In the interview, it’s important to be personable, friendly and show them what you’re really like—after all, you want it to be a good fit just as much as they do! Even though it can be difficult to keep your nerves at bay, it’s important to try to relax and be yourself so the employer can get a good gauge of you and whether you’ll be a good fit for the dealership.

They may already know a few things about you

Gone are the days when you could walk into an interview with an entirely blank slate. In today’s connected world, there’s a good chance that a prospective employer has done some prior research and had a look at your online social media profiles.
 
While it’s highly unlikely you’ve posted anything incriminating on your LinkedIn profile, there may be things on your other social media pages you’d rather a prospective employer didn’t see.
 
Doing things like choosing appropriate profile pictures, avoiding posting anything that could be considered offensive or discriminatory, and setting your profiles to private to limit the amount of content an employer can view is always a smart move.

There may be underlying issues within the dealership

Job interviews are an opportunity for both employers and employees to sell themselves to the other party. The employer will most likely want to present their dealership as a desirable place to work—but there may be issues they’re not sharing with you.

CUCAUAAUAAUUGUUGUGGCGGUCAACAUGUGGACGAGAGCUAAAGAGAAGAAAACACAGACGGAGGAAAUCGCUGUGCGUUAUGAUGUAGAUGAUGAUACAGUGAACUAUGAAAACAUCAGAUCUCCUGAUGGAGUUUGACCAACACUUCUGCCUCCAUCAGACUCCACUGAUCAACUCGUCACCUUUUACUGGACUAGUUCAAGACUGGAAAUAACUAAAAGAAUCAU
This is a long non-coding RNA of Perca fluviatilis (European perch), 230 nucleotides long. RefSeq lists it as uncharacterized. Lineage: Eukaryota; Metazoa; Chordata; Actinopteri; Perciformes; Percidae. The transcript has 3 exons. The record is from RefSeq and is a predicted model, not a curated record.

Low employee satisfaction, poor working conditions, a challenging staff member or a damaged reputation are all things which could all be affecting the dealership and leading to high turnover, forcing the dealership to look for new hires to replace disgruntled employees.
 
While it’s impossible to know what’s really happening within a dealership, asking questions like “Why did the previous employee leave?” or “What are the biggest challenges the dealership is facing at the moment?” could help you uncover some more about what’s really going on within the dealership.

They may not be interviewing as many candidates as you think

It’s not uncommon for employers to receive thousands of applications for a role in a competitive job market. The thought of being up against so many other candidates can be disheartening—but you shouldn’t make assumptions.
 
It’s important to remember that interviewing takes time and resources away from the business and employers want to conduct as few interviews as possible. The fact that you’ve even been invited to an interview is an excellent indication that you’re in with a good chance of securing the role.
 
You’ve already ticked the boxes in terms of qualifications and experience, now it’s up to you to back it up with a great attitude and some real-life examples of how you’ve applied your skills in the past. In many cases, you could even be the leading candidate and they’re ready to hand you the job if you can perform well in the interview.
 
Teamrecruit is Australia’s most established recruitment agency specialising in truck, earthmoving and agricultural machinery dealerships in Australia, New Zealand, the South Pacific and Southeast Asia. Find out more about Teamrecruit and how we support employers and candidates in the dealership industry.